The Krotons

Doctor WhoMoments after the Doctor, Zoe and Jamie leave the safe confines of the TARDIS to explore a seemingly hospitable planet, a hulking robotic attacker assails the time machine – causing it to disappear on its own! The Doctor reassures his companions that it’s merely the TARDIS’ automatic defense system in operation, and they continue exploring until they find a peaceful people known as the Gonds. At a certain age, young Gonds undergo an intelligence test; those who pass are permitted to serve the Krotons, a crystalline-based species that rules over them – and the same creatures who attacked the TARDIS. On a whim, Zoe takes the test and ranks highly, assuring her of a place among the Krotons, and the Doctor, fearing for her life, takes the same test, naturally scoring off the scale. Once they are taken to the Krotons, the Doctor and Zoe must figure out how to rid the Gonds of their “benevolent” overlords, for not everyone who has passed the intelligence test has lived to tell the tale – keeping the general populace docile, and robbing them of the curiosity that could lead them to defeat the Krotons.

written by Robert Holmes
directed by David Maloney
music by Brian Hodgson

Guest Cast: James Copeland (Selris), Gilbert Wynne (Thara), Terence Brown (Abu), Madeleine Mills (Vana), Philip Madoc (Eelek), Richard Ireson (Axus), James Cairncross (Beta), Maurice Selwyn (Custodian), Bronson Shaw (Student), Robert La Bassiere, Miles Northover, Robert Grant (Krotons), Roy Skelton, Patrick Tull (Kroton voices)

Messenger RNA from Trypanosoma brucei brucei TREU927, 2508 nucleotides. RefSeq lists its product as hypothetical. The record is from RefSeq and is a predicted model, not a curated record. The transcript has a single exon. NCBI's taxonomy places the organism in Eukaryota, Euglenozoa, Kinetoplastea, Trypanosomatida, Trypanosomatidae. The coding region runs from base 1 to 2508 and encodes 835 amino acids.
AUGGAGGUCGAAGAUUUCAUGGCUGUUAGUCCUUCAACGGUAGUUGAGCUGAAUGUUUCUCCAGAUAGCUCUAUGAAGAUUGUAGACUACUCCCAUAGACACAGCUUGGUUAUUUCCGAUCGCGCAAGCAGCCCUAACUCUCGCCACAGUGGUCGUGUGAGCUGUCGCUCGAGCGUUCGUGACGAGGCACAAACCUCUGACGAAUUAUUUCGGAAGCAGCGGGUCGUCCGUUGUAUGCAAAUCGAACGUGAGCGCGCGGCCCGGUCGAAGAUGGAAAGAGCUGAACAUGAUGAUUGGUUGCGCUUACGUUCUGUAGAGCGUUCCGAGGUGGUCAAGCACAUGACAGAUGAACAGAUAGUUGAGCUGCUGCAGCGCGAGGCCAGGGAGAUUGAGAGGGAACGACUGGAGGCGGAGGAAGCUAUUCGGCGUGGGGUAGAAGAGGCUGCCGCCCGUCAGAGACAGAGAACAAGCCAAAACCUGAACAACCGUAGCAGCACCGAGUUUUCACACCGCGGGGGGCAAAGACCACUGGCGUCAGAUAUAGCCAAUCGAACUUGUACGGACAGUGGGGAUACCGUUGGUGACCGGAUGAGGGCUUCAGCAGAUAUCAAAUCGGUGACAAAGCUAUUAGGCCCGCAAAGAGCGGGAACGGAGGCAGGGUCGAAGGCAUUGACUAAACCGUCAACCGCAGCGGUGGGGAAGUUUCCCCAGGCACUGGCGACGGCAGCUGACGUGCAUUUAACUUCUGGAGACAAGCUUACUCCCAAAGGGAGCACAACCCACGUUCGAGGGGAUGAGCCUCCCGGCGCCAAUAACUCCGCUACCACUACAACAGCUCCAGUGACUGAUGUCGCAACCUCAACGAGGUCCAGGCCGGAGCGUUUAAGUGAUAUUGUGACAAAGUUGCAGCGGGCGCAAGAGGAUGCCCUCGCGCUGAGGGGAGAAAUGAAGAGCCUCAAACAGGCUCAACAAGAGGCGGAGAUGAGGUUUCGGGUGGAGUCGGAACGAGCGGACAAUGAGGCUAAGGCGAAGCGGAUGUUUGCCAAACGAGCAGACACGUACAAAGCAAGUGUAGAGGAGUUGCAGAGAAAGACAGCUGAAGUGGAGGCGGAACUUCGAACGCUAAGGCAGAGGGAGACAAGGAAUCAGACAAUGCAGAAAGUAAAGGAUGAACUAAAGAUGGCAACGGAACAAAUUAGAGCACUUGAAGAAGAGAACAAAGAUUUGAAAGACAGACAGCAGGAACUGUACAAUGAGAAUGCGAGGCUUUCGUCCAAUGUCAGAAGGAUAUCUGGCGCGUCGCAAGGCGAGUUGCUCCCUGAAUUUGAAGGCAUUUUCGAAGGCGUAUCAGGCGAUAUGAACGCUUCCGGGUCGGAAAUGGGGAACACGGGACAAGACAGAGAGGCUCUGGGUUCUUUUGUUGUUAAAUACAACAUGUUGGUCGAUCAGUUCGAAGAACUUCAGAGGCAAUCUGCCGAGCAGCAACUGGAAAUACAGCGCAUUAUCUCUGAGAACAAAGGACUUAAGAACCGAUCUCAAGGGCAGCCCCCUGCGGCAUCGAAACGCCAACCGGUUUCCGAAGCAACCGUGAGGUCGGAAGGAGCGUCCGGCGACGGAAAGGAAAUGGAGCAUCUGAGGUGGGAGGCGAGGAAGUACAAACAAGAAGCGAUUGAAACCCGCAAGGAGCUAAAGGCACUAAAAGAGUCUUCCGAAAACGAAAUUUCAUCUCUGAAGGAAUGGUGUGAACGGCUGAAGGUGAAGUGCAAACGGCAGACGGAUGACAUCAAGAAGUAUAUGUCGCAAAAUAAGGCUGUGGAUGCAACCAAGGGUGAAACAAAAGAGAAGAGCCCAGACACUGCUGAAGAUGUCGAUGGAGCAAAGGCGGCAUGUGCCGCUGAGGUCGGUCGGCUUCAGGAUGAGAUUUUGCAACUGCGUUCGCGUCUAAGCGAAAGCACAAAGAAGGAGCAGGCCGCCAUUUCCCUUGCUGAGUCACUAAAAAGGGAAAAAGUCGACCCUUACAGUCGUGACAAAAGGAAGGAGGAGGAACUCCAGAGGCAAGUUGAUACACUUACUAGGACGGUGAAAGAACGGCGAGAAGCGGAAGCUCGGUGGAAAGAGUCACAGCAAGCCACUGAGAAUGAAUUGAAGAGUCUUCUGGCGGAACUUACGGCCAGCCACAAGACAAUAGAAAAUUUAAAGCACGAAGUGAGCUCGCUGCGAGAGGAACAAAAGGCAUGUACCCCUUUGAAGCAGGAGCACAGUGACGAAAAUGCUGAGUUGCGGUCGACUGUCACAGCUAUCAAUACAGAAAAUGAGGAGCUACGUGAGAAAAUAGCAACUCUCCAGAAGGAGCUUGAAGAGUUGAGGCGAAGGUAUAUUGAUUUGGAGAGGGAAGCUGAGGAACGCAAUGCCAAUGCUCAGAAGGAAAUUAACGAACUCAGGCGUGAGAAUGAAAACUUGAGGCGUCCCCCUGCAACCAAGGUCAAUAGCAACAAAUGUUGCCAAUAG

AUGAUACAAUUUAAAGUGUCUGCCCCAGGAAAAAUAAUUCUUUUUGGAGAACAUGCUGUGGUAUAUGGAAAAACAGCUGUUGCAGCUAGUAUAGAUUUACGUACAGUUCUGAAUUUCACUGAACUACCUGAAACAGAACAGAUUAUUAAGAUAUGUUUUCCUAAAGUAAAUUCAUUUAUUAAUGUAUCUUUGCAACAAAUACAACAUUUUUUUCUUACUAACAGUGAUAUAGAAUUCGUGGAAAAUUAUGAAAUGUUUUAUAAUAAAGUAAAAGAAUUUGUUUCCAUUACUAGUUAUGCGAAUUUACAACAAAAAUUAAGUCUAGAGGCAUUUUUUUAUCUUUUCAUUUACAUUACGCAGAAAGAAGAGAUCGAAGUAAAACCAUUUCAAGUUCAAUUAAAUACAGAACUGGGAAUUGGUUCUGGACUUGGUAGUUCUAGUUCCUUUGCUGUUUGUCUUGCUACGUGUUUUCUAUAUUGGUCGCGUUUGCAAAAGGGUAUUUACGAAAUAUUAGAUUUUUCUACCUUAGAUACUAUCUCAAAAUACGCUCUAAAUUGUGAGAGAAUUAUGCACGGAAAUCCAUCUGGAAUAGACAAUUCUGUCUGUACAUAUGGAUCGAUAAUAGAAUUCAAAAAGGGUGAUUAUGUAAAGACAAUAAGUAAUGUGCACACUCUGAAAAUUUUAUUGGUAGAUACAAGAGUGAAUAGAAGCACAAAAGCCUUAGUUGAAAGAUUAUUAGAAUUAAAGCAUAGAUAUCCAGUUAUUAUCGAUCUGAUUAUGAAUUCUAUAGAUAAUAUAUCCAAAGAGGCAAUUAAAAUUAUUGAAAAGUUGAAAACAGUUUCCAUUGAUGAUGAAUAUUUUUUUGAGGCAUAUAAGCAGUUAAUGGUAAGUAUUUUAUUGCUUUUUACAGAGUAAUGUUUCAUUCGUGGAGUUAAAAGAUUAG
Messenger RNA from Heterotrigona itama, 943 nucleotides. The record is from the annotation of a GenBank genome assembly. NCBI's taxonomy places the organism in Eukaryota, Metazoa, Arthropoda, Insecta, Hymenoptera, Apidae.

Broadcast from December 28, 1968 through January 18, 1968

LogBook entry & review by Earl Green

It’s a fairly tame little story, full of the kind of offbeat humor that marks the best Troughton episodes, but in Doctor Who history The Krotons is a big turning point: it was the first script contributed by writer Robert Holmes, who would later serve as script editor during Tom Baker’s mold-breaking early seasons, and contributed some of the series’ most high-profile stories from the Pertwee era through the end of Colin Baker’s reign.

There’s something to be said for the simple charm and simple menace of The Krotons, though – sure, the main baddies were even more cumbersome than Daleks, and considerably less threatening overall, but the thought of what they’re doing to their enslaved minions is pretty sinister. Really not a bad story at all.

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